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Ecotoxicological information

Toxicity to soil macroorganisms except arthropods

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Description of key information

Effect values (EC50, EC25) on earthworm adult survival and reproduction were > 1000 mg/kg soil dw.

Key value for chemical safety assessment

Additional information

In Annex X Section 9.4 of Regulation (EC) No 1907/2006, it is laid down that tests on terrestrial organisms shall be proposed by the registrant if the chemical safety assessment indicates the need to investigate further the effects on terrestrial organisms. According to Annex IX and X, the choice of the appropriate tests depends on the outcome of the chemical safety assessment.

According to Annex I of this regulation, the chemical safety assessment triggers further action when the substance or the preparation meets the criteria for classification as dangerous according to Directive 67/548/EEC or Regulation EC 1272/2008 or is assessed to be a PBT or vPvB.  

The hazard assessment of the substance reveals neither a need to classify the substance as dangerous to the environment, nor is it a PBT or vPvB substance, nor are there any further indications that the substance may be hazardous to the environment. In addition, indirect exposure to the soil compartment is unlikely since the substance is readily biodegradable according to OECD criteria (see IUCLID Ch. 5.2.1). For substances being considered as „readily biodegradable“, it can be assumed that they will be biologically degraded within the STP-process. As the log Koc and log Kow of the substance are below 3, a low adsorption potential is indicated (see IUCLID Ch. 5.4.1). Hence, an adsorption to activated sludge is unlikely. Based on the low log Kow and the low estimated BCF values, bioaccumulation in aquatic organisms is not to be expected (see IUCLID Ch. 5.3.1).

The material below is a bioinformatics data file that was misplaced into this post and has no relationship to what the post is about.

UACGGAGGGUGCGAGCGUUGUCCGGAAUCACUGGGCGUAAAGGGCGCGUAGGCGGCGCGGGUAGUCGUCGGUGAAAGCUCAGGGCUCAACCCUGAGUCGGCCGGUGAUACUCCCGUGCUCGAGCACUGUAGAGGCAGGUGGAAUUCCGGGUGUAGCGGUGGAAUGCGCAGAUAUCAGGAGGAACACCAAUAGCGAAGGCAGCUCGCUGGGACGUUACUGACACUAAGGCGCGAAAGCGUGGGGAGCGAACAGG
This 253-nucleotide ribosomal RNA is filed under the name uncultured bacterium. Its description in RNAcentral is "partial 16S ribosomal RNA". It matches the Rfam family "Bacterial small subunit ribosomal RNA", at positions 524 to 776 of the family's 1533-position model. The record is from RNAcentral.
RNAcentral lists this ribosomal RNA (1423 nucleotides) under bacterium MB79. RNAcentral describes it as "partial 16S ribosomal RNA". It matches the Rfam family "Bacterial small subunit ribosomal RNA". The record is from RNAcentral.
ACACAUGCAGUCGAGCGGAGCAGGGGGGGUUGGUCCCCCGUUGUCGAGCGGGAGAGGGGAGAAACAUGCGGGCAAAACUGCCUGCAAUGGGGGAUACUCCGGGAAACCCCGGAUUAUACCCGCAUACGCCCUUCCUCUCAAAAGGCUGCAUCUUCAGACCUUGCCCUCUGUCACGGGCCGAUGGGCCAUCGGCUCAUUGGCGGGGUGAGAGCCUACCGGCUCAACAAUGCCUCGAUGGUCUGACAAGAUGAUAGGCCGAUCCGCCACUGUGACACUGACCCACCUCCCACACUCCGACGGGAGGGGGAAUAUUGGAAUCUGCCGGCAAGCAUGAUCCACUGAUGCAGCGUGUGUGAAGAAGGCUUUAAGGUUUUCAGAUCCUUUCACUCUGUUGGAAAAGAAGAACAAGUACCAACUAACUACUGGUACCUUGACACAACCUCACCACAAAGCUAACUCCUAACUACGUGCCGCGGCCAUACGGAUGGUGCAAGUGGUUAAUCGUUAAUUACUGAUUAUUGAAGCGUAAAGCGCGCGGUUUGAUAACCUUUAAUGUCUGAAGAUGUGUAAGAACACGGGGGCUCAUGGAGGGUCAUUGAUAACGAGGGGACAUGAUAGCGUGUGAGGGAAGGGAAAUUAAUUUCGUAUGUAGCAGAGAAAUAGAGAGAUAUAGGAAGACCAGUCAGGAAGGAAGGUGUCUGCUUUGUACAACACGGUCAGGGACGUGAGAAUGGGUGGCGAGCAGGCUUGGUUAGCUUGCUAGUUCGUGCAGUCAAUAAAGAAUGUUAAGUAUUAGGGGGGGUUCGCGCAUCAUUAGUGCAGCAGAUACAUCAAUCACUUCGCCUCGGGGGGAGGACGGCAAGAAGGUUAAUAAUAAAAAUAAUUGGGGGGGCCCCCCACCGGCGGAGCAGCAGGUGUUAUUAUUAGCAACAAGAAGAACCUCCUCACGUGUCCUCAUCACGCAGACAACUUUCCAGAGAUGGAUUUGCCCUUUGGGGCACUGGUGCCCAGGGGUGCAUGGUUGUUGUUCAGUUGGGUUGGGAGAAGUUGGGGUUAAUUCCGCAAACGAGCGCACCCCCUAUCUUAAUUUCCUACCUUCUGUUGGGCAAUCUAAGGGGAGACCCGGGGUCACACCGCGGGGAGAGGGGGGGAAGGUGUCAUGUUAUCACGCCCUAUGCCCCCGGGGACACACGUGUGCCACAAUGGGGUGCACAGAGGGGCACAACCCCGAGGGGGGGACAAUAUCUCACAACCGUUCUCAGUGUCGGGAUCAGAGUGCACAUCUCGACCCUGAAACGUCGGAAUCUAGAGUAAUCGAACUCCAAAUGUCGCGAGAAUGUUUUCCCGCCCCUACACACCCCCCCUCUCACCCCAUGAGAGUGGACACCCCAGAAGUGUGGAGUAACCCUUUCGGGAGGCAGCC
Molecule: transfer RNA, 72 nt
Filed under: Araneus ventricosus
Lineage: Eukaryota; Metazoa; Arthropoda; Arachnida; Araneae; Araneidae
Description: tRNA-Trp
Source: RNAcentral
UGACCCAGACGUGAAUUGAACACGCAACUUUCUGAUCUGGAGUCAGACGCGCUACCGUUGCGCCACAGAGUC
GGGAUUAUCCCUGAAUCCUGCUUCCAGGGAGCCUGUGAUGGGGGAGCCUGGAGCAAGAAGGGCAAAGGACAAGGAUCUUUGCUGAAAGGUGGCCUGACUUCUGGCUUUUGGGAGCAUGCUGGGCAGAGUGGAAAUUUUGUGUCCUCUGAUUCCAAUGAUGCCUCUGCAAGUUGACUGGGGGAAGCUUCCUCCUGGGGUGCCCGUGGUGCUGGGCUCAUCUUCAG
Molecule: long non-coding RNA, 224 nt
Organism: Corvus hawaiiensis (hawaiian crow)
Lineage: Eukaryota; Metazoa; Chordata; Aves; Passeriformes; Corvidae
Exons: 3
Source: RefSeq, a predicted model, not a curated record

In Annex XI Section 3, it is laid down that testing in accordance with sections 8.6 and 8.7 of Annex VIII and in accordance with Annex IX and Annex X may be omitted, based on the exposure scenario(s) developed in the Chemical Safety Report (“Substance-Tailored Exposure-Driven Testing”). In accordance with Annex XI Section 3, it can be demonstrated in the risk assessment that the manufacture and the use of the substance do not pose an unacceptable risk for all environmental compartments as the risk characterization ratios (RCRs) of the chemical safety assessment are below 1 for all compartments (see Chemical Safety Report Ch. 10).  

Consequently, no tests on soil organisms are required. However, long-term toxicity studies are availabel for earthworms, collembolans and terrestrial plants. However, as these studies did not report chronic effect values (EC10, NOEC), the PNECs were derived using the EC50 values as acute data.

A chronic earthworm test was performed according to a guideline by Environment Canada (Stantec, 2006). The test species was Eisenia andrei. A series of 8 test item concentrations was tested (0.5 - 8000 mg/kg soil dw) in addition to a control. Analytical monitoring was performed. The recovery was very poor (<= 2%), which is probably due to an insufficient analytical method; however, for earthworm testing analytical monitoring is not required according to OECD 222. After 35 d the adult survival was measured. After 63 d the effects on reproduction were determined (number of progeny, wet and dry mass of individual progeny). The concentration response curve for reproduction was very steep, showing effects only for the highest test concentration of 8000 mg/kg soil dw. The report only contains EC25 and EC50 values; therefore the results are considered as acute effect values. The assessment is based on those endpoints which are considered in the relevant OECD 222 guideline (adult survival and number of progeny). The 35 -d LC50 (adult survival) was 3715 mg/kg soil dw. The EC50 for reproduction (no. of progeny) was 4033 mg/kg soil dw and the EC25 2016 mg/kg soil dw.

The PNEC soil was derived based on experimental data only according to REACH Guidance R.10.6.2 as short-term data are available for producer, consumer, and decomposer.